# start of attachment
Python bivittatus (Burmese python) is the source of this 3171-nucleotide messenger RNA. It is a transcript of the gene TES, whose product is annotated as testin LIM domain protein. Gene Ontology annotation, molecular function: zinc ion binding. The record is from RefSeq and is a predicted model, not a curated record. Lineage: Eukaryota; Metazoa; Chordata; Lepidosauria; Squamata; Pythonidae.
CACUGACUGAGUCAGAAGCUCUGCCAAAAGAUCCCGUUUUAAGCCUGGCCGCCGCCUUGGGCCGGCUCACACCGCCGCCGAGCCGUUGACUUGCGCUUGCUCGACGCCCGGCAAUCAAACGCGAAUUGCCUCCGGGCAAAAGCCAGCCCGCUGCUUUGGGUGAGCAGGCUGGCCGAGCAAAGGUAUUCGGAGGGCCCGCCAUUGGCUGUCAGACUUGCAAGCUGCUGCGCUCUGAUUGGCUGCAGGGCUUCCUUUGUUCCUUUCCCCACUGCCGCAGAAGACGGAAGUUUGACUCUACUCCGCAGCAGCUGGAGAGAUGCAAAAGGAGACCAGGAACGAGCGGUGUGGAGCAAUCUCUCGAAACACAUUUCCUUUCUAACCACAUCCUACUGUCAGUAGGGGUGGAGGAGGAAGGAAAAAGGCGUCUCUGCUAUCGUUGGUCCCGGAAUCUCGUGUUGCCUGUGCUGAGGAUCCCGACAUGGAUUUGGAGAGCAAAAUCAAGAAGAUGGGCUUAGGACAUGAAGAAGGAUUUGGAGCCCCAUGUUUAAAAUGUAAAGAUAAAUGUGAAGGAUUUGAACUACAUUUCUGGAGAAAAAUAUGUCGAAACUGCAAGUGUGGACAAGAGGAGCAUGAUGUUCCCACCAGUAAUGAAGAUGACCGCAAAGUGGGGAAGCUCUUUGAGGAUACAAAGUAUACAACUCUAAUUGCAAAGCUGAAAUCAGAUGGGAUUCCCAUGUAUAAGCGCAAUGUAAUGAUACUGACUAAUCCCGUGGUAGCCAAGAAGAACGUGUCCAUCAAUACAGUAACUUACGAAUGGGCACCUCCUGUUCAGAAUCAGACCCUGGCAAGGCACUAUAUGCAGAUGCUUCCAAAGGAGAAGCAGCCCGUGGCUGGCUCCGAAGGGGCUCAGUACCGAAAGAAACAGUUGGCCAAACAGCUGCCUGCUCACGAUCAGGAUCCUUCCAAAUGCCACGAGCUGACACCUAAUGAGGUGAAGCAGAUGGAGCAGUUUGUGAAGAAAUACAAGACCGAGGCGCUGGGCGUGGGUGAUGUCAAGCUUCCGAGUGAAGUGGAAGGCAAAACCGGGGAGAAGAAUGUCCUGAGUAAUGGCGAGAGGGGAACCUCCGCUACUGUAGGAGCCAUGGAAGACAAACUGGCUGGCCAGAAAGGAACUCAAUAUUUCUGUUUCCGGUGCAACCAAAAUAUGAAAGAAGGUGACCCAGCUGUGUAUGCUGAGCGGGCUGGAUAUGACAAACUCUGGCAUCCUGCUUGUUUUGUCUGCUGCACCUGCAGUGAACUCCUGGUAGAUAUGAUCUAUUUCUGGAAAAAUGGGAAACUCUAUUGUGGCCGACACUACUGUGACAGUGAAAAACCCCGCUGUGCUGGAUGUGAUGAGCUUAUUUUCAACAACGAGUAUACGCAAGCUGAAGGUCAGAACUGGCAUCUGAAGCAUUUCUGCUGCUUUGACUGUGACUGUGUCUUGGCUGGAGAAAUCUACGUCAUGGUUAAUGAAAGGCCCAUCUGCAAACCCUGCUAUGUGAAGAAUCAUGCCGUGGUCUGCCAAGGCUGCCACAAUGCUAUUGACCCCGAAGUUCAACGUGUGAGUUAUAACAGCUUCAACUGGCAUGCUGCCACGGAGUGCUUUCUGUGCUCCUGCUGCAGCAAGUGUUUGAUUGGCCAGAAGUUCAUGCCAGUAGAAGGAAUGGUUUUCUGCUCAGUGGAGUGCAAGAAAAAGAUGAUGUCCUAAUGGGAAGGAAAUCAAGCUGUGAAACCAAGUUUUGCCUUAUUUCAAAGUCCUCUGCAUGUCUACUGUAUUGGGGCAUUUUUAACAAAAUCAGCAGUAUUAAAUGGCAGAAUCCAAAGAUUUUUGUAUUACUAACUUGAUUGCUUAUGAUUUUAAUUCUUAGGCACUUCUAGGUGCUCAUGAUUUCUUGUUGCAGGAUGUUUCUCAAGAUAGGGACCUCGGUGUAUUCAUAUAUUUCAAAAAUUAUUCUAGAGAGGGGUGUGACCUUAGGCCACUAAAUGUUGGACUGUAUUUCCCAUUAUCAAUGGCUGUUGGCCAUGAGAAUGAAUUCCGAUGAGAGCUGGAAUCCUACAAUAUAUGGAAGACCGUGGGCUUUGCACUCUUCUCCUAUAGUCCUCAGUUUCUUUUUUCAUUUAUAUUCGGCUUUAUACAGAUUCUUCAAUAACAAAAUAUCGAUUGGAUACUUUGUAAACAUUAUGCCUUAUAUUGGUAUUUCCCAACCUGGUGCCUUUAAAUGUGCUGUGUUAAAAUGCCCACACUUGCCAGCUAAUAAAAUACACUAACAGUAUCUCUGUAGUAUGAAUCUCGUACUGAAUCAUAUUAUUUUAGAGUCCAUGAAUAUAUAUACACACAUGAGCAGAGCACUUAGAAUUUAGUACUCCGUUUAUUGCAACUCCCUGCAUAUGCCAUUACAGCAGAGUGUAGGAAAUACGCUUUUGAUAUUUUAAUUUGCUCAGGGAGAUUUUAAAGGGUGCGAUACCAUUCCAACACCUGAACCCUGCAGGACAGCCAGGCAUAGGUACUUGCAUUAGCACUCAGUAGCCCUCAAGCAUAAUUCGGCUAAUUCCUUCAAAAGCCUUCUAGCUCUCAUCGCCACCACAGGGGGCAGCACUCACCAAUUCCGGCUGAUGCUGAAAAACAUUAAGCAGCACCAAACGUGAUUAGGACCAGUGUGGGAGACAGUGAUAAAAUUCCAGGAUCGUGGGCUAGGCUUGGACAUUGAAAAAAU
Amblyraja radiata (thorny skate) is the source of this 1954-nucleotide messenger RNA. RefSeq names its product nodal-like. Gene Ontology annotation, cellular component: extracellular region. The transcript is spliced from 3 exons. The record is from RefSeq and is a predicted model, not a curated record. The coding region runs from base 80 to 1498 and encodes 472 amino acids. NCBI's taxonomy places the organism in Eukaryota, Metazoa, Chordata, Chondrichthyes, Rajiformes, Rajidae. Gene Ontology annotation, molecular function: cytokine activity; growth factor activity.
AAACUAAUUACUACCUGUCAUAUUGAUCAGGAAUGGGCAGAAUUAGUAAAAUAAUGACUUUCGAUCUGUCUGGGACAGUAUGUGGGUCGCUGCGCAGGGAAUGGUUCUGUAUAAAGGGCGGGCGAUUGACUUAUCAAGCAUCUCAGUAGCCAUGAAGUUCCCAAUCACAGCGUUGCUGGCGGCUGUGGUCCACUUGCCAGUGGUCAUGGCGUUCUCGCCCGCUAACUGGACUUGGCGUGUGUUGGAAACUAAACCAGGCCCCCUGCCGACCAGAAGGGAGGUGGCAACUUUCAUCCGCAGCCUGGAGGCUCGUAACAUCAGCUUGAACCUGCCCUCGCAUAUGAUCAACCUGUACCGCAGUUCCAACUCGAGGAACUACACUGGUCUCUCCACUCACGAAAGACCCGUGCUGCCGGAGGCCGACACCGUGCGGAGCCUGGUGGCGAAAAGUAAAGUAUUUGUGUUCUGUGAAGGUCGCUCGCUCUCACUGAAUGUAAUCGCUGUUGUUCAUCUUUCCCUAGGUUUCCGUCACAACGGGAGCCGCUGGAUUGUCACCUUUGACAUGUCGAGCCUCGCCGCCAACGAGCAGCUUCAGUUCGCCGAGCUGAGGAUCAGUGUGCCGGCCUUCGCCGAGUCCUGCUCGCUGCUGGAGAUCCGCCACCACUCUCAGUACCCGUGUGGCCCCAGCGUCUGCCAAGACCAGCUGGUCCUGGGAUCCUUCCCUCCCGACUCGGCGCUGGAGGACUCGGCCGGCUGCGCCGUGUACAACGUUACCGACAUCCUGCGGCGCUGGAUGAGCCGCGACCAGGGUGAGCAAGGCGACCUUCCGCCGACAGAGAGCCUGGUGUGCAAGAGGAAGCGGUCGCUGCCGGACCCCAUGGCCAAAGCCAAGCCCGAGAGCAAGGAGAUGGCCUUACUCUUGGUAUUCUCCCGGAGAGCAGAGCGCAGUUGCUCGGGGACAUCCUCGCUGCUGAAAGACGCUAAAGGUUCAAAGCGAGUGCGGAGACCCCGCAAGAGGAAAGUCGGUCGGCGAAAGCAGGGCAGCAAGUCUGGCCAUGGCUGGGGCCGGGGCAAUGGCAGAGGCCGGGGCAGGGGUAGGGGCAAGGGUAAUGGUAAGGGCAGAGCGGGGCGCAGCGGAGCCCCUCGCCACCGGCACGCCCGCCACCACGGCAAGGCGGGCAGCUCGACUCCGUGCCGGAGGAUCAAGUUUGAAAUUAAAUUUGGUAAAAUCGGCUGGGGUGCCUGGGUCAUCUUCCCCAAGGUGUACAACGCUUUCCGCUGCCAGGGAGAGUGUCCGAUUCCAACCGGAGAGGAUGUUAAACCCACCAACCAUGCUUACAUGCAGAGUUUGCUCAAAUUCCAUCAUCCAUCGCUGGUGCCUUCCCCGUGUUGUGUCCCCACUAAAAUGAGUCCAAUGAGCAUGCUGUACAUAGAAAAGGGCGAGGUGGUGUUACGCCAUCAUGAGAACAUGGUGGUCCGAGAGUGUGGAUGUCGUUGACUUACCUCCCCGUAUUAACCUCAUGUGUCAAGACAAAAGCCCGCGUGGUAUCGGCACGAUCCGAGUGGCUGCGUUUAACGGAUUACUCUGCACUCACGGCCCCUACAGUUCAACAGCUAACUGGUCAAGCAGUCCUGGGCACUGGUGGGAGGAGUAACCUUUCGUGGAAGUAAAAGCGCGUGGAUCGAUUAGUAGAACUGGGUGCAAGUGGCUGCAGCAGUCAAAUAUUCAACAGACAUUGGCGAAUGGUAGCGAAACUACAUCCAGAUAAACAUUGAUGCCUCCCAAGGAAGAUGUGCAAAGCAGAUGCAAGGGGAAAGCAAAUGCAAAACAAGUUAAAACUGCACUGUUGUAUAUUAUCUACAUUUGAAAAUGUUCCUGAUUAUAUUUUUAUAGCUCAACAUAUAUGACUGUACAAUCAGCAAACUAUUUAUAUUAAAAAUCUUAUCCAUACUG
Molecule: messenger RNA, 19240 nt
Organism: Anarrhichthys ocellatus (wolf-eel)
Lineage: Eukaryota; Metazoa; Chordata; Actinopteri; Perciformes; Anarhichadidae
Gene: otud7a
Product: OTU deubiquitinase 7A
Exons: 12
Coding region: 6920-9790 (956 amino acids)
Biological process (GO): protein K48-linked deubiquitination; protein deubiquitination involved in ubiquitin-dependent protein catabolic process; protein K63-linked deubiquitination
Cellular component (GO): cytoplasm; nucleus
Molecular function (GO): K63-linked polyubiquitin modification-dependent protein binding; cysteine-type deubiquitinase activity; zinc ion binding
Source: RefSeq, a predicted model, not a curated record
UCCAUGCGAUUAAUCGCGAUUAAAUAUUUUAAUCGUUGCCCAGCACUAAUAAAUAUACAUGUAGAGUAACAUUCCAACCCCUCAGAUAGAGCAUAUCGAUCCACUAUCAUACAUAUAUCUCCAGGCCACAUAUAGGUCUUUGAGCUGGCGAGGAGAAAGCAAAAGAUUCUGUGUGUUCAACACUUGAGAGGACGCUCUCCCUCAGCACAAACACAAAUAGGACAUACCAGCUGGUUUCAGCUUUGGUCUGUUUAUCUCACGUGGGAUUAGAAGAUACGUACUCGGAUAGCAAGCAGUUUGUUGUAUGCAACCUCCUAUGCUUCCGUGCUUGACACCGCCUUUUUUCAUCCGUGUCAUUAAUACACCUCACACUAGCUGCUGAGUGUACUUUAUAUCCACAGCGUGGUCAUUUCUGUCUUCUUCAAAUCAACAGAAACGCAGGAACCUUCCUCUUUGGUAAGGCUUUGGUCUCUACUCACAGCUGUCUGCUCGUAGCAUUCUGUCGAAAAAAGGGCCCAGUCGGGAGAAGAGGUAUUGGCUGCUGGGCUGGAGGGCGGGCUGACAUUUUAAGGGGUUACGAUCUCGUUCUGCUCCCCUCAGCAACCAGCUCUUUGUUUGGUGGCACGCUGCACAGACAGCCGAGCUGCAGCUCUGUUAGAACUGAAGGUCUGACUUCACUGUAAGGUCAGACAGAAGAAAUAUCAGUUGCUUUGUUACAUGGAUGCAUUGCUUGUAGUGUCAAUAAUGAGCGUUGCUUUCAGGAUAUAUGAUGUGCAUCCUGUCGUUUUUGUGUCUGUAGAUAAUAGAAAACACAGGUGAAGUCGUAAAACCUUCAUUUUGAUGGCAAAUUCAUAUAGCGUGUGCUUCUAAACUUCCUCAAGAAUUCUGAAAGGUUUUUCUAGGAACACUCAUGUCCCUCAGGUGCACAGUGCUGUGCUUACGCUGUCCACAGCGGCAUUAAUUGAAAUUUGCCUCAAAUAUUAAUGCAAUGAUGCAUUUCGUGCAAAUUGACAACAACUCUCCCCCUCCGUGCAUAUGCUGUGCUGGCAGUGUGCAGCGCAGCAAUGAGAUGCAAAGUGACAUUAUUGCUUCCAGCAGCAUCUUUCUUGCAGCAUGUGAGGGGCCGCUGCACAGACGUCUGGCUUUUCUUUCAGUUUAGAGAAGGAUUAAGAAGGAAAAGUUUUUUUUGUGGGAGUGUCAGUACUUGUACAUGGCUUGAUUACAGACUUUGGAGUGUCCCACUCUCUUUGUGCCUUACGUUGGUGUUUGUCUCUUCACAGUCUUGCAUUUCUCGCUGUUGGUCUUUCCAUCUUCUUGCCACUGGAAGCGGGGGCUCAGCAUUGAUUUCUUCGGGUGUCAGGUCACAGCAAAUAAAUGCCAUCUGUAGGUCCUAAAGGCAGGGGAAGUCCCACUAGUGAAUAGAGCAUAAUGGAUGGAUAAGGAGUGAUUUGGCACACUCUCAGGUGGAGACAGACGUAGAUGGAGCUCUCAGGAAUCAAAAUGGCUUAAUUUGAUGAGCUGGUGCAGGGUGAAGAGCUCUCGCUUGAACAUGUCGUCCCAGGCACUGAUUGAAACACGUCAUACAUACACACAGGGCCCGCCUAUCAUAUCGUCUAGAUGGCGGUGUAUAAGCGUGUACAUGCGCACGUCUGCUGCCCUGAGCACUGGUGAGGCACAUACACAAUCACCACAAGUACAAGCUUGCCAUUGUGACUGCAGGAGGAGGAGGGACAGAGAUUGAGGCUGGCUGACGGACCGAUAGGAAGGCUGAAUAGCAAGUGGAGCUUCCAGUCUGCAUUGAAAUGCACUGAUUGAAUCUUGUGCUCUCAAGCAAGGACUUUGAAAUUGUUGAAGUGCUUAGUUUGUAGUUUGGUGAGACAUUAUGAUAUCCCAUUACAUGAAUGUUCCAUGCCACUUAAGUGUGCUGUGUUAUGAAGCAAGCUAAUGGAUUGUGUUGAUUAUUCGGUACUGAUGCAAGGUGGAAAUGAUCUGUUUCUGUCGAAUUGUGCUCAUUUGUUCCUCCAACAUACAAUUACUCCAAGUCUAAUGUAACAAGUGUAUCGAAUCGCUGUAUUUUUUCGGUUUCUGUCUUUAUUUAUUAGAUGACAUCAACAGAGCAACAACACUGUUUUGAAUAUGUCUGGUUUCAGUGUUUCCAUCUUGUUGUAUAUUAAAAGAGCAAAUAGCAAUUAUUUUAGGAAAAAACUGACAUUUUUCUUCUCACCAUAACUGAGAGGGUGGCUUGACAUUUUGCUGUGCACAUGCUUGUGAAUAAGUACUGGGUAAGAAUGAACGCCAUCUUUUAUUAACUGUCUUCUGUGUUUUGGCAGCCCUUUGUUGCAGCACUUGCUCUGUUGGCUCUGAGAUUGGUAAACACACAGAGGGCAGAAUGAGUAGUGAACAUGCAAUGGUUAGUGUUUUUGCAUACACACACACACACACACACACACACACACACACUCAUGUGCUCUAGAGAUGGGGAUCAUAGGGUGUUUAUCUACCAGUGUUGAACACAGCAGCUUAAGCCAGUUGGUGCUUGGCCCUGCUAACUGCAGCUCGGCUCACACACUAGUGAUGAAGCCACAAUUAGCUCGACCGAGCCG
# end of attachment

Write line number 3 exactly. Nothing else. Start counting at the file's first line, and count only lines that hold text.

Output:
Amblyraja radiata (thorny skate) is the source of this 1954-nucleotide messenger RNA. RefSeq names its product nodal-like. Gene Ontology annotation, cellular component: extracellular region. The transcript is spliced from 3 exons. The record is from RefSeq and is a predicted model, not a curated record. The coding region runs from base 80 to 1498 and encodes 472 amino acids. NCBI's taxonomy places the organism in Eukaryota, Metazoa, Chordata, Chondrichthyes, Rajiformes, Rajidae. Gene Ontology annotation, molecular function: cytokine activity; growth factor activity.